Effect Of Aluminium Particles On Mechanical And Morphological Properties Of Epoxy Nanocomposites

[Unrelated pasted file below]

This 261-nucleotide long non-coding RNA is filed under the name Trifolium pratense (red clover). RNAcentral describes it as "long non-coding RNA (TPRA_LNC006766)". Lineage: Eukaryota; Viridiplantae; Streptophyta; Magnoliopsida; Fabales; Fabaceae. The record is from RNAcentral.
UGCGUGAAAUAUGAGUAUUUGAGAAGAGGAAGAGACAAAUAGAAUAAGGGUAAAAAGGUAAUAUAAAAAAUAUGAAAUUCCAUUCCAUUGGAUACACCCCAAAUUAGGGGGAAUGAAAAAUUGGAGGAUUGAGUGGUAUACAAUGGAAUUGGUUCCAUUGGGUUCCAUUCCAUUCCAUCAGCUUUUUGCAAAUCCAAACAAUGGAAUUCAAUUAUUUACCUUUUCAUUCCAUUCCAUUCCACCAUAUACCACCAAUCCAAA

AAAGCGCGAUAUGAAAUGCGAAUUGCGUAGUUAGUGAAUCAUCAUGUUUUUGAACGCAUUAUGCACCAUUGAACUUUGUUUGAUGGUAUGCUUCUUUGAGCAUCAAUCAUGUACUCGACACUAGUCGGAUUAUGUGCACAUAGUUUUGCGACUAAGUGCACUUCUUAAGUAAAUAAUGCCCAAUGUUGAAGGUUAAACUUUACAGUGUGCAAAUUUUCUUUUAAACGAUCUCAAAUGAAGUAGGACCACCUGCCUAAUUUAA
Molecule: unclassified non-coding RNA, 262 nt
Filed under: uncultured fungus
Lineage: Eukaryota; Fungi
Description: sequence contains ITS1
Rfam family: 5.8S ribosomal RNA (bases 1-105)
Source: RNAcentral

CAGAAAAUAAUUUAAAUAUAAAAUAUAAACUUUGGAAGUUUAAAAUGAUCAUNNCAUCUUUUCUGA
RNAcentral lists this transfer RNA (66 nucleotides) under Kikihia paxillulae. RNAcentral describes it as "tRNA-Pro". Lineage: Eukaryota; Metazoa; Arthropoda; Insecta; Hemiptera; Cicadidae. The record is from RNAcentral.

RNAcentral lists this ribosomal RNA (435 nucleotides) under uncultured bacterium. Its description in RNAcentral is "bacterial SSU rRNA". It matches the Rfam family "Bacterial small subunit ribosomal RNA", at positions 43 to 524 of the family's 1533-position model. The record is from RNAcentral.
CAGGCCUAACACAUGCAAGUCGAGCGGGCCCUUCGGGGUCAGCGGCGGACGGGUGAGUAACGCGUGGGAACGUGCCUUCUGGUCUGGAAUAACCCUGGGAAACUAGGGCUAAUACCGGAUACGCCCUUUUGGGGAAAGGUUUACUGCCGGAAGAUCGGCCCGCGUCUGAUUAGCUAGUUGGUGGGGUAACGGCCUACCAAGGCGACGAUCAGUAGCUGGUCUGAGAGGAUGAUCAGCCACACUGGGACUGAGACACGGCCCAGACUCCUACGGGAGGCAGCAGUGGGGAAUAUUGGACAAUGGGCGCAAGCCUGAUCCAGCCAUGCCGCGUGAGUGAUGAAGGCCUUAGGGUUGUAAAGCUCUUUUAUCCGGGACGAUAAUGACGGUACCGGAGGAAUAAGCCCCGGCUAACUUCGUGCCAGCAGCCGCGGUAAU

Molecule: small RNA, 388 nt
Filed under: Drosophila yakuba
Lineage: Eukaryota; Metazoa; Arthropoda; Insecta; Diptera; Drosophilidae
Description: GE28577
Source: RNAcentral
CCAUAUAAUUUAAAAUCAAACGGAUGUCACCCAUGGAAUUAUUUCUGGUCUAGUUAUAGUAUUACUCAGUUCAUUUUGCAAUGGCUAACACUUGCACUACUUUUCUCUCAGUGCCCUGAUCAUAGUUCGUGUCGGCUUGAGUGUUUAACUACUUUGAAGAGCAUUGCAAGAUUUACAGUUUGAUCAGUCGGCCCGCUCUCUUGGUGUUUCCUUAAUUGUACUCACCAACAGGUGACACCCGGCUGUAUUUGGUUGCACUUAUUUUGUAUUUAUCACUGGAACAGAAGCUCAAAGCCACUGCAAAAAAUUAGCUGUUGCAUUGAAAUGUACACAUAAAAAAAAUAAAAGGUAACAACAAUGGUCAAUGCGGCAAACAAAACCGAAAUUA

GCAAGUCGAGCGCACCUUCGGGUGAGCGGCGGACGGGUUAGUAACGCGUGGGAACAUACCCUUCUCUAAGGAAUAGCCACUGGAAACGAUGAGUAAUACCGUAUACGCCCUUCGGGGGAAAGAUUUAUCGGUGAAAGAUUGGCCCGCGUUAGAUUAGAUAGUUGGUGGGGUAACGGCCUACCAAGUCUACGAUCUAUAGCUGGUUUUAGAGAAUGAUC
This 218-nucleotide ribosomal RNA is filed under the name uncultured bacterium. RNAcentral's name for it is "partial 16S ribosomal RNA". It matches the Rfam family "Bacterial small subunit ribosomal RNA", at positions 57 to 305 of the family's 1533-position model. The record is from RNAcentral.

Bumper is a front or rear part of automobiles. It is designed and shaped to be impact absorbing and protecting automobiles from damage in low impact collisions. Initially, they were made from heavy steels, increasing the weight of automobiles and fuel consumption. Also, high impacts of steel bumpers on pedestrians during accidental collision cause fatalities and or disabilities. An effort to enhance fuel efficiency, safety, freedom of design and shape detailing, heavy alloys for automobile applications are now being replaced with polymeric composites. Aluminium micro particles and nanoparticles were prepared from aluminium cans through sand casting, lathe machine spinning, and ball milling techniques. Both types of aluminium particles were incorporated into a mixture of diglycidyl ether of bisphenol A (DGEBA, epoxy resin) cured with amine base hardener (ABH). Phases of the epoxy polymer and composites were identified using Xray Diffraction (XRD). Spatial arrangement of the phases within the matrix and their elemental composition were examined using Scanning Electron Microscope with attached energy dispersive X-ray spectroscopy (SEM/EDX). Tensile, impact and micro hardness tests were conducted on the prepared epoxy/aluminium composites. Results of the XRD showed the presence of aluminium compounds/phases due to chemical reactions between aluminium particles and DGEBA/ABH system. SEM confirmed a homogeneous distribution of the phases within the epoxy matrix, and that there is a strong adhesion between the epoxy matrix and aluminium particles. Correlation between the mechanical properties of the prepared nanocomposite and the procured bumper materials exhibited a fair suitability of the prepared nanocomposites for automobile applications.